A few weeks ago, a man came round to my house to photograph my cats for the jacket of my new book. "What I want is a simple shot," he explained. "Just you on the ground, with the cats crawling all over you. Or maybe you could stand up and hold a couple and have a couple of others on your shoulders. Shouldn't take more than twenty minutes or so." I told him that this sounded fine, not because I thought any of it was remotely realistic, but because I'd realised from the moment he'd used the word "simple" that, experienced as he was, that experience clearly did not extend to cats. I knew that no warning I could give him would be any kind of substitute for the learning process provided by the real experience of trying to get six of the most duplicitious animals imaginable sitting in an aesthetically pleasing posture at the same time.
The photographer did get one very nice shot in the end, though it only featured Shipley, whom it captured looking radiantly obnoxious. The downside was that afterwards every surface in my kitchen was spotted with globules of catmeat, Delawney and The Bear had both exited the house on what had all the hallmarks of a permanent basis, and my jumper looked less like I'd been posing with Pablo and more like I'd been shearing him. One of my worries about writing a book about my cats is that there is more of this in store in the future - after which I may not have any cats living under my roof to write about.
It is not that my cats don't like being photographed, in the right circumstances. I only have to look through my collection of shots of a beaming Ralph to know that he loves the camera. Either these beatific shots all just happen to have been taken at times when he'd just broken wind in a really satisfying manner, or that glint in his eye is the glint of a creature who knows that he's being worshipped and that, as the descendant of Egyptian Gods, such worship is his right. But my cats know when they are being exploited. I'm sure even if I took a commercially-intended shot of them myself, I'd been given a "talk to the tail" gesture in no time. When I look at the best pictures that Dee and I have of our cats, each one of them, whether in resting or hunting or playful mode, seems perfectly aware that the shot is being purely taken for the purpose of glorying in their sheer existence. These pictures go a long way towards illustrating the essential dynamics of my relationship with my cats: they know that they are magnificent, I know that they are magnificent, and I am here to remind them that they are magnificent. Anything else is pretty much a deal-breaker, unless there are royalties involved and those royalties arrive in a shiny packet with "Purina One" or "Taste The Difference Honey Glazed Ham" on the front.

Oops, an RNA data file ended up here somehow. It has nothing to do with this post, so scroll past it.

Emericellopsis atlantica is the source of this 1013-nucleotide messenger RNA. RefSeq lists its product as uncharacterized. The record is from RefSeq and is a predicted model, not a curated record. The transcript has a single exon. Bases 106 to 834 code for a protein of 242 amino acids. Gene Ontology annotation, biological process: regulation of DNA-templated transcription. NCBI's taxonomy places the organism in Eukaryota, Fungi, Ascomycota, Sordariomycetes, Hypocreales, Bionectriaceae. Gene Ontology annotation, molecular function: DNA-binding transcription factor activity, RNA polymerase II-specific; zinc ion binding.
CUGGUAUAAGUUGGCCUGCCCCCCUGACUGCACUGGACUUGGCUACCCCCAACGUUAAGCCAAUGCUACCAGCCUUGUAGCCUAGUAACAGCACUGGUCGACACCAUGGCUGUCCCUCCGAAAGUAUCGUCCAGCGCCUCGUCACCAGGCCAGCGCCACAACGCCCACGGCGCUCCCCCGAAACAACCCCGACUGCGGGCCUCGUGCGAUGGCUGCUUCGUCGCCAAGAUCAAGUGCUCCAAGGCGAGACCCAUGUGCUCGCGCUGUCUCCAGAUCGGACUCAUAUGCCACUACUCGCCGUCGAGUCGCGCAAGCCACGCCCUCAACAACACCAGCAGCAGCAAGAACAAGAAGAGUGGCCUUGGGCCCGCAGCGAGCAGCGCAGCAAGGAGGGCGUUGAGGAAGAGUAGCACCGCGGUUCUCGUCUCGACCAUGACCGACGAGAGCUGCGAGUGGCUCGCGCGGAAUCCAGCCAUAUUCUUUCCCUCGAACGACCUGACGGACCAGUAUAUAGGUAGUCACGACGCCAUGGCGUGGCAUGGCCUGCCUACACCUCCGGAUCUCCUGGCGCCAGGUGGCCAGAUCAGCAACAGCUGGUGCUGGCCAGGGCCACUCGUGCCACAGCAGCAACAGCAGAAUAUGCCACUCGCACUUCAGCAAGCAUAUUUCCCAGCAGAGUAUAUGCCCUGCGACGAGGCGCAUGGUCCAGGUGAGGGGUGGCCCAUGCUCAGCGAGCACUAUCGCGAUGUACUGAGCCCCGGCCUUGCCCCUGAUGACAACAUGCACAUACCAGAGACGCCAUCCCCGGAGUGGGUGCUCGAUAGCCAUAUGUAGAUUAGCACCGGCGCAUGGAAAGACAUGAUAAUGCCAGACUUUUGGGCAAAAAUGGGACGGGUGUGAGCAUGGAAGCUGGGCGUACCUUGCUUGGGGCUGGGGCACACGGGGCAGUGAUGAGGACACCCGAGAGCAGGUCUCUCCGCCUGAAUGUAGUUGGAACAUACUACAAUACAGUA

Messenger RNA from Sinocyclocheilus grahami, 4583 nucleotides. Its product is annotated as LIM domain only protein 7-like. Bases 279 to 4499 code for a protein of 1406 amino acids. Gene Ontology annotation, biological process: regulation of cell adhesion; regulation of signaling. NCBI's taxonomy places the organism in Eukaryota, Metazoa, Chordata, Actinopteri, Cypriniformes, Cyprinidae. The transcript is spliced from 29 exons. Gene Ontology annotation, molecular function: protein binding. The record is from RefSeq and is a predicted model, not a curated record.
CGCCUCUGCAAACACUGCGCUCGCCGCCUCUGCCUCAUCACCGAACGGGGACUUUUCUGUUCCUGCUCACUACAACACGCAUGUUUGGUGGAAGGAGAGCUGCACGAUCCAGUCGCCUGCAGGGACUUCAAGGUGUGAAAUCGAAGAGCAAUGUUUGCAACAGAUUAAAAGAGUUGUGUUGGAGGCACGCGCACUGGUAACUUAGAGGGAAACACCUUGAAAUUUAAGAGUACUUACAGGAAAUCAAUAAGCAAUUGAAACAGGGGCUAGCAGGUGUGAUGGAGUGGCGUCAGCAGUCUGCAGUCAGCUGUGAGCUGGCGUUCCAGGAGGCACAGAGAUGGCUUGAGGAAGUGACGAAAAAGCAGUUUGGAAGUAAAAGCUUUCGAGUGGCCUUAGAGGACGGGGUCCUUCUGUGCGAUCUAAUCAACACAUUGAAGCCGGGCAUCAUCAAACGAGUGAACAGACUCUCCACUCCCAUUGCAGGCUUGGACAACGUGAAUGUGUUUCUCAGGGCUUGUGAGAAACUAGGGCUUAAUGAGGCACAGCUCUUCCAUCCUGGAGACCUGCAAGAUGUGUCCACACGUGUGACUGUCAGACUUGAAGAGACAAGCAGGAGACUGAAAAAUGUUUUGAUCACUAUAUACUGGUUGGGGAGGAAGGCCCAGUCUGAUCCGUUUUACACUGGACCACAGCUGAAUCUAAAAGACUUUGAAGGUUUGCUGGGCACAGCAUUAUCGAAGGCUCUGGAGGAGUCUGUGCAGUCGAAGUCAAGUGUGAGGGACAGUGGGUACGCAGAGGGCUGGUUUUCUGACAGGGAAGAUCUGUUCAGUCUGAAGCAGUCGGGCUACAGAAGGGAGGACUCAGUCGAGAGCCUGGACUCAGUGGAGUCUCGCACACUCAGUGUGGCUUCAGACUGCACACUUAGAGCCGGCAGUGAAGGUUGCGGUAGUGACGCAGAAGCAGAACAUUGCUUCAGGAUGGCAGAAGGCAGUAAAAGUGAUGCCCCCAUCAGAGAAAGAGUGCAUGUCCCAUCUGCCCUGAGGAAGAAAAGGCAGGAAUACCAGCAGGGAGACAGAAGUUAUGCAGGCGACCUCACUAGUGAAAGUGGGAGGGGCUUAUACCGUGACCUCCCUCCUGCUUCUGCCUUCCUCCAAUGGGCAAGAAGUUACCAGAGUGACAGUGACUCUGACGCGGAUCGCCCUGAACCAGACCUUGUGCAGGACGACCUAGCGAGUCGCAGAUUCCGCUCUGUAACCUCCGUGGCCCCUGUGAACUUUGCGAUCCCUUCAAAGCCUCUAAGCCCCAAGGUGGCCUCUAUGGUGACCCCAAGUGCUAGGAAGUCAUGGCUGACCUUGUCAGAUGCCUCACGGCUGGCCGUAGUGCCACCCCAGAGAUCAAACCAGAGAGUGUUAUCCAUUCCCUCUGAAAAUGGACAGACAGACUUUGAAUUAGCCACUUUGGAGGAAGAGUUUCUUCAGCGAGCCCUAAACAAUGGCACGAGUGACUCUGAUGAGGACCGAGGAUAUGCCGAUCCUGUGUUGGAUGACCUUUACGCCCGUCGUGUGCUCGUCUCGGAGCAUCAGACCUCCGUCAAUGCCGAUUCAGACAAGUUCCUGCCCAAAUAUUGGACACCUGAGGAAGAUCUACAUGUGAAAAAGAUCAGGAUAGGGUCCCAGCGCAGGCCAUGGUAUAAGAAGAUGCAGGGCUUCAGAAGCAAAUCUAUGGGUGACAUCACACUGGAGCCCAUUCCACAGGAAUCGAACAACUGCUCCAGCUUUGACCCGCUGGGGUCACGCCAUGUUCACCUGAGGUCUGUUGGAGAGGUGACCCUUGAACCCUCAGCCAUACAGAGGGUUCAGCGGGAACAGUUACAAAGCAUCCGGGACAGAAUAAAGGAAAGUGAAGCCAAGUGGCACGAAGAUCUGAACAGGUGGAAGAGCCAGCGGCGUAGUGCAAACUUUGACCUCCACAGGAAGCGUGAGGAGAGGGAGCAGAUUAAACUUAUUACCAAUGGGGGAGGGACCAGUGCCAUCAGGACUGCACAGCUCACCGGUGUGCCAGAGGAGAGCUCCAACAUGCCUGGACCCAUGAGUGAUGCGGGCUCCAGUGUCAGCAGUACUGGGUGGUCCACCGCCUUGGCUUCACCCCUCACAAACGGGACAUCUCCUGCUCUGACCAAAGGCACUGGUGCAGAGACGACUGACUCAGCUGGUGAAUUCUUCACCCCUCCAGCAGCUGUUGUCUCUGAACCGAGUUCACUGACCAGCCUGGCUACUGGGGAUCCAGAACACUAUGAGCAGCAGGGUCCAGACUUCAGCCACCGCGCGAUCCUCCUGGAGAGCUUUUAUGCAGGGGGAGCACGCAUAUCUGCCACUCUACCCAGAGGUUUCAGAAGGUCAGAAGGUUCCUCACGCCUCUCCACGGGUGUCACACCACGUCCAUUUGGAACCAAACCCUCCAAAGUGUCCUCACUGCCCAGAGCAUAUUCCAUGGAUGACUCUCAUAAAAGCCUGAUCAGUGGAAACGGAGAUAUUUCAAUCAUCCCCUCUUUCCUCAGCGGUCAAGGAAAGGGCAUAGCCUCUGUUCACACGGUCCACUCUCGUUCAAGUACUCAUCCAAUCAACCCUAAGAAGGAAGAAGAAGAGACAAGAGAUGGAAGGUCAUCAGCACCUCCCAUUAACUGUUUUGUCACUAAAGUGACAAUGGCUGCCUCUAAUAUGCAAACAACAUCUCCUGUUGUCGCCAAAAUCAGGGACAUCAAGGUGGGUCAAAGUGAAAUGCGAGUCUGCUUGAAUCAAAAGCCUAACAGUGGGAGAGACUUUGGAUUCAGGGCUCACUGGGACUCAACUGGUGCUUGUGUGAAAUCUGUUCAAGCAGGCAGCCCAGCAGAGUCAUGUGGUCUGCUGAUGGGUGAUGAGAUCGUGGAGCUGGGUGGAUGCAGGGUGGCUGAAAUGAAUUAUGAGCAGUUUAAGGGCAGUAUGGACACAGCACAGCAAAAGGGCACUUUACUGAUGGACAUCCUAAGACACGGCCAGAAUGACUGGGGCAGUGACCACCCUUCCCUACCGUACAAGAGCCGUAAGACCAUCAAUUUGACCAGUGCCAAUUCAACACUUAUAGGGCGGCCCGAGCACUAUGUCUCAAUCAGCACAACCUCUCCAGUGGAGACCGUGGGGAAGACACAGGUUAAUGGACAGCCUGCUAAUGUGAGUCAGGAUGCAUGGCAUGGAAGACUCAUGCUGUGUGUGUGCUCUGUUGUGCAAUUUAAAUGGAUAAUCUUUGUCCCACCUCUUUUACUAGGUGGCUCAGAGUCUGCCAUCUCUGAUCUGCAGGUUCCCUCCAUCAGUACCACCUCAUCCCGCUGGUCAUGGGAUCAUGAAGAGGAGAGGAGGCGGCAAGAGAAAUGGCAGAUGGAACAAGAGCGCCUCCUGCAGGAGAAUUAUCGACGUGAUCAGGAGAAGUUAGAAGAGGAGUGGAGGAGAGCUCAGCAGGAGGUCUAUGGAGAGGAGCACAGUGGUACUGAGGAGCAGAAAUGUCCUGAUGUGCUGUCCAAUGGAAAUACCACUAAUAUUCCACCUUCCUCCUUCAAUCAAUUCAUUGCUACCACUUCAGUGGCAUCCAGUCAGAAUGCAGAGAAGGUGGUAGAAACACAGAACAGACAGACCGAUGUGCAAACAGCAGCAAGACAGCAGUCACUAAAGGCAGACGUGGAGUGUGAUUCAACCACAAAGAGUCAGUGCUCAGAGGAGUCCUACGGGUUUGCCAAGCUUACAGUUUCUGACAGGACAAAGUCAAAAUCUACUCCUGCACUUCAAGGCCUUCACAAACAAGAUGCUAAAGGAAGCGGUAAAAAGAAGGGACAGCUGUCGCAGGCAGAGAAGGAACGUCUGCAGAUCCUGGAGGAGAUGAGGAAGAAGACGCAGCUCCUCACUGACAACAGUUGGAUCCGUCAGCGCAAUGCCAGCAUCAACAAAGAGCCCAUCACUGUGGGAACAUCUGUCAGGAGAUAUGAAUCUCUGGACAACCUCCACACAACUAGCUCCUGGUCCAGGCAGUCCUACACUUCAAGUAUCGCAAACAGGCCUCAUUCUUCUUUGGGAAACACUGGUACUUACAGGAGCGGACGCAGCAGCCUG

I'm sure that, in early 80s New York, when the photographer Tony Mendoza began to take photographs of his new flatmate's cat, Ernie, Mendoza could not have already planned the book that would come out of it. Being a cat, and therefore a master bullshit detector, Ernie would have known, and Mendoza would not have come up with such an incredible, expressive, uninhibited portfolio. There aren't many collections of photographs that I can look at hundreds of times, always discovering something new, but this is one of them. In fact, it's possible that no cat story and no anthology of cat writing, no matter how extensive or inquiring, has ever encapsulated the self-revelling nature of catness quite like Ernie: A Photographer's Memoir. Maybe it's because I've got a particular soft spot for grey and white cats, but when I look at Mendoza's shots of Ernie stalking a bird on the rooftops or curled up in a frontless desk drawer or bristling at a dog's back leg, I see everything I've ever loved about cats: their ability to be truly themselves, the eternal comedy of their touchiness, their innate sense of shame. The cat wants what the cat wants and, much as that might sometimes make living with him the equivalent to being Pete Burns' PA, witnessing that wanting can be an awesome thing. I'm sure Ernie is long gone now (why do I persist in getting so melancholy thinking about animals in old photos and films? Is this normal?*) but there seems to be no doubt that his was a life lived to the full, without inhibitions, concessions to The Man, or debilitating moments of introspection.
* Should I really have had a tear in my eye the other night, watching Preston Sturges' 1942 screwball comedy The Palm Beach Story, just because I'd realised that the spaniels in the scene on the train had probably all been dead since about 1956? Not exactly a tragedy to rank alongside Third World famine, is it?